The Royal Mint: public ownership since 886 AD
When you jangle loose change in your purse or wallet, you probably don't think about where those coins come from. Over a thousand years of craftsmanship have created them. Today the Royal Mint makes coins for countries around the world and makes a profit for the public purse. Its aim is to be the world's best mint.
Let's be proud of our oldest publicly owned institution.
Over 1,000 years of history...and innovation
The London Mint first became a single institution in 886 AD. Sir Isaac Newton took up the post of Warden of the Mint, responsible for investigating cases of counterfeiting, in 1696.
"The Royal Mint is one of the world's oldest organisations with over 1,000 years of history. We've been trusted with the manufacture of British coins by monarchy and government, making coins in Britain since around 900 AD and have been making bullion coins since the 14th century." Royal Mint video on its bullion offering.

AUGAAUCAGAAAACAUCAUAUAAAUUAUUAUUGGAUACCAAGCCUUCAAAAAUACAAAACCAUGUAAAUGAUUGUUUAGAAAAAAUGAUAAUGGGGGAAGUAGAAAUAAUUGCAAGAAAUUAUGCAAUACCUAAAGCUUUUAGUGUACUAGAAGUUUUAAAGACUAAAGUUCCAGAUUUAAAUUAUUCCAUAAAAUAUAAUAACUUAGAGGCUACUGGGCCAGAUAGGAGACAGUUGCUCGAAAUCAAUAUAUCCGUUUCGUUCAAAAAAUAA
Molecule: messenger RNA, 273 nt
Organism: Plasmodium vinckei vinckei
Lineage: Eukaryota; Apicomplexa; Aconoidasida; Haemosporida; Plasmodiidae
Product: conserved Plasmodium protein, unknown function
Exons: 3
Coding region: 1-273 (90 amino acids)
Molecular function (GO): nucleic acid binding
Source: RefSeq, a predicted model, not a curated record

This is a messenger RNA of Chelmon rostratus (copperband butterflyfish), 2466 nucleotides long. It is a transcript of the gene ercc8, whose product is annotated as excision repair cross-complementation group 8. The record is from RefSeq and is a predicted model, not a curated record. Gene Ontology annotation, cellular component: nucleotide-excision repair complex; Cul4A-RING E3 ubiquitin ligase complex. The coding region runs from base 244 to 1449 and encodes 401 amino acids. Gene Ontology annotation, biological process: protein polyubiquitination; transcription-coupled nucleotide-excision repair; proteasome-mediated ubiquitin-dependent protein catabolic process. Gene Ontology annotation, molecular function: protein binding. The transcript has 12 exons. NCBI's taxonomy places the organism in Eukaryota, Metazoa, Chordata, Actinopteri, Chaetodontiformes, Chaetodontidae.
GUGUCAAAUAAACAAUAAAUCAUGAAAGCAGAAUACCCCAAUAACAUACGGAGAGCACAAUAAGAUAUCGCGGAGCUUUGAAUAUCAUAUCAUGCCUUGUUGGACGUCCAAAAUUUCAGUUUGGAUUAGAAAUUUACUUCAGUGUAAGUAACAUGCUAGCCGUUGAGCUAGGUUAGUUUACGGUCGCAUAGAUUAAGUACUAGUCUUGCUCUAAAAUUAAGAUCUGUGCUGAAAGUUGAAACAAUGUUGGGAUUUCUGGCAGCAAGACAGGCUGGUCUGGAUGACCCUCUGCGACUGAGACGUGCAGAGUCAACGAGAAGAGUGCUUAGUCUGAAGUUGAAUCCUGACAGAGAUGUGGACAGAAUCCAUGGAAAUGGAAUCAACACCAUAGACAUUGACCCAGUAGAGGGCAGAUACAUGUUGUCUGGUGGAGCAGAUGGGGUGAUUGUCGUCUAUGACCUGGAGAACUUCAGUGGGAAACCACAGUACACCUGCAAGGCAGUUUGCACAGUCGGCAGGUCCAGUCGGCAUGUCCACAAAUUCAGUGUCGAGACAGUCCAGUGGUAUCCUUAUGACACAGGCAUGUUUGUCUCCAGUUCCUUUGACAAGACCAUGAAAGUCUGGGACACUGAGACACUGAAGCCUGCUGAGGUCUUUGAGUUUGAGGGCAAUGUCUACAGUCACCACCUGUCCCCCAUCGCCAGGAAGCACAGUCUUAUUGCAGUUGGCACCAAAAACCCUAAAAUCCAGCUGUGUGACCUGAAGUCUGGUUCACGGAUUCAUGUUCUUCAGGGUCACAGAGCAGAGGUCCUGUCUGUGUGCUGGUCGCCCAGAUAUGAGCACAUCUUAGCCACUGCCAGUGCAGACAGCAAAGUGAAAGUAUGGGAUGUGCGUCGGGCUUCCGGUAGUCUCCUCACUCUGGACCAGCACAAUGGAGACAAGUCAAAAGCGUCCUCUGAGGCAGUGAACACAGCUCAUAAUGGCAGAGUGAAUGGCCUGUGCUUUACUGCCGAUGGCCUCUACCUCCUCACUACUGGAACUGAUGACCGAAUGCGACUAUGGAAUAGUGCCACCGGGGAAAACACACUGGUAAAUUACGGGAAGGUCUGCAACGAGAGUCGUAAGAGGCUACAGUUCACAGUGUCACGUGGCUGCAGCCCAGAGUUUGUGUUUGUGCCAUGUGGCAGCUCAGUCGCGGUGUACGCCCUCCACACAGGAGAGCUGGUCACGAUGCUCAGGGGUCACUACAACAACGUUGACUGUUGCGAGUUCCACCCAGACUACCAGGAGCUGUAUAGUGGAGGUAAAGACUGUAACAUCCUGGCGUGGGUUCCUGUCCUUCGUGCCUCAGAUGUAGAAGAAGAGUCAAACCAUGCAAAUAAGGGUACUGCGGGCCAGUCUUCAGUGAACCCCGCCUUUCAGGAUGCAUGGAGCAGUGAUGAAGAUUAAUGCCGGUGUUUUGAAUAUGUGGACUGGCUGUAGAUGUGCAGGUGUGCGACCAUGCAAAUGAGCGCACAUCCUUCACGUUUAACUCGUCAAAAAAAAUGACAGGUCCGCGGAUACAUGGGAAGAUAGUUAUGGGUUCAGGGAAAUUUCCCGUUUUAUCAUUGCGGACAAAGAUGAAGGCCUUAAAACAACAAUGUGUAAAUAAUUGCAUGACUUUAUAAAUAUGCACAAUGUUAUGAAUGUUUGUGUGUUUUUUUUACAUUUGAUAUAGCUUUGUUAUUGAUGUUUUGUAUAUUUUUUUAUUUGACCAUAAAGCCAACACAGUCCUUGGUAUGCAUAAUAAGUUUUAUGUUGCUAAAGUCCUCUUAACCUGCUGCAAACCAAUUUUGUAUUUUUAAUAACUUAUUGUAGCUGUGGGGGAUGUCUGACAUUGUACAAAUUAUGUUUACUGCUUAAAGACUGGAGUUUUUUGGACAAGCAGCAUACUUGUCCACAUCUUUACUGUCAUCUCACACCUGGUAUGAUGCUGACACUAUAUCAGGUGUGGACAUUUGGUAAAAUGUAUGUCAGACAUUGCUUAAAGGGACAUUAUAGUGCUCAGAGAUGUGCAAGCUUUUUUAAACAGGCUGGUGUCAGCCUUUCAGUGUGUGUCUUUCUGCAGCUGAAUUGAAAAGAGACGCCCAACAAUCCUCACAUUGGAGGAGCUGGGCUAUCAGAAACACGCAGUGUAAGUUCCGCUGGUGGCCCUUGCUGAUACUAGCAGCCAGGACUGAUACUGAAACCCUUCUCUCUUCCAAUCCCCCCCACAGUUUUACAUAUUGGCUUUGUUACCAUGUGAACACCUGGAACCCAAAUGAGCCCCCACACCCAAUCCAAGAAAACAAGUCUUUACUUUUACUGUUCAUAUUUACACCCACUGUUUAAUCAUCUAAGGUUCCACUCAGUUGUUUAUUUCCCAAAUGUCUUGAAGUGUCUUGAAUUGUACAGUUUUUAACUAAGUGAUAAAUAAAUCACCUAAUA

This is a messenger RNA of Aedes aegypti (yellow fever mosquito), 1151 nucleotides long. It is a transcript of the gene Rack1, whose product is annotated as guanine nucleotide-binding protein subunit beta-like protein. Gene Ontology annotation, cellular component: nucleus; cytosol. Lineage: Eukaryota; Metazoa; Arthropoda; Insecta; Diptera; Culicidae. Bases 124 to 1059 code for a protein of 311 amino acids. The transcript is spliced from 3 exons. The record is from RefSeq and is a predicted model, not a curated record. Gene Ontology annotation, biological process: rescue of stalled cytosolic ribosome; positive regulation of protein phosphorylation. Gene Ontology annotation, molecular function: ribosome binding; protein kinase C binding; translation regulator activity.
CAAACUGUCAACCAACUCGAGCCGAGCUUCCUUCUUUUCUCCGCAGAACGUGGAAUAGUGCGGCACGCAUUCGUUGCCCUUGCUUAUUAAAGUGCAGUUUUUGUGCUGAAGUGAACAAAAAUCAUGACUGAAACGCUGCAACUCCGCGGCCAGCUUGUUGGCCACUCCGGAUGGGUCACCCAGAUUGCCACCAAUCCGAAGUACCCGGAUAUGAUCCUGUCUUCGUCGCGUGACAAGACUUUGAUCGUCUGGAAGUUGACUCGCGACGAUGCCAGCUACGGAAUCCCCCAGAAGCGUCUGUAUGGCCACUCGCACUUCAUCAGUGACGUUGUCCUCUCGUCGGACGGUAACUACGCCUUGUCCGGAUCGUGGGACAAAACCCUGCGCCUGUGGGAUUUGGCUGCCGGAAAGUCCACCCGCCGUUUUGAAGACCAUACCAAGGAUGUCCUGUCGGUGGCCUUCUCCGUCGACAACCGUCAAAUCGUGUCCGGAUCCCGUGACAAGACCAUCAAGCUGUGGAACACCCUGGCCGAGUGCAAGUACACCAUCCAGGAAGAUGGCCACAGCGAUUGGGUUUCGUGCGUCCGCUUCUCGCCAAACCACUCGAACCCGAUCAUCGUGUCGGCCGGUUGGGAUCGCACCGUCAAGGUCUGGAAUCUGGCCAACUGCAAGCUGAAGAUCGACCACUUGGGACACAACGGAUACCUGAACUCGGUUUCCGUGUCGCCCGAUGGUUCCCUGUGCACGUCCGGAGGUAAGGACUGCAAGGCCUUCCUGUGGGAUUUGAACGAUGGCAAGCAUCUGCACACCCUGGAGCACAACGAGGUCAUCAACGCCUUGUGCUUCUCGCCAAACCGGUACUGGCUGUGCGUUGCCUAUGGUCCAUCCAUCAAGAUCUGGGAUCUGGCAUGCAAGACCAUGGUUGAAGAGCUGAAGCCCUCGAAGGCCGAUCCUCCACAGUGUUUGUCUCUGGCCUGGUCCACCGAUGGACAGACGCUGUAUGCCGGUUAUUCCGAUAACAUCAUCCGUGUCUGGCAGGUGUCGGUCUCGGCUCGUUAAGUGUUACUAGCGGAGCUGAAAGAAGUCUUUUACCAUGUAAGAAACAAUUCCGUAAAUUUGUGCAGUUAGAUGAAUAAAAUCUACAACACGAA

The Royal Mint makes five billion coins a year. Every year it makes millions in profit for the public purse - £12 million in 2015-16. It reduces costs by making production more efficient and cutting out waste.
We can be proud, both of the heritage of the Royal Mint and of its innovative approach today. It uses state-of-the-art technology to maintain its position as one of the world's leading export mints. The Royal Mint makes coins for an average of 60 countries a year - around 15% of the global market.
Let's celebrate our publicly owned Royal Mint
The Royal Mint is currently a government owned company. It was threatened with privatisation in 2009 when Alistair Darling (then the Chancellor of the Exchequer) began planning to sell it off. Luckily, those plans were dropped - phew!
The Royal Mint has been proving that public ownership goes hand in hand with high quality and innovation for 1,130 years. That's something to celebrate!
Discover the Royal Mint experience
Photo credit: William Warby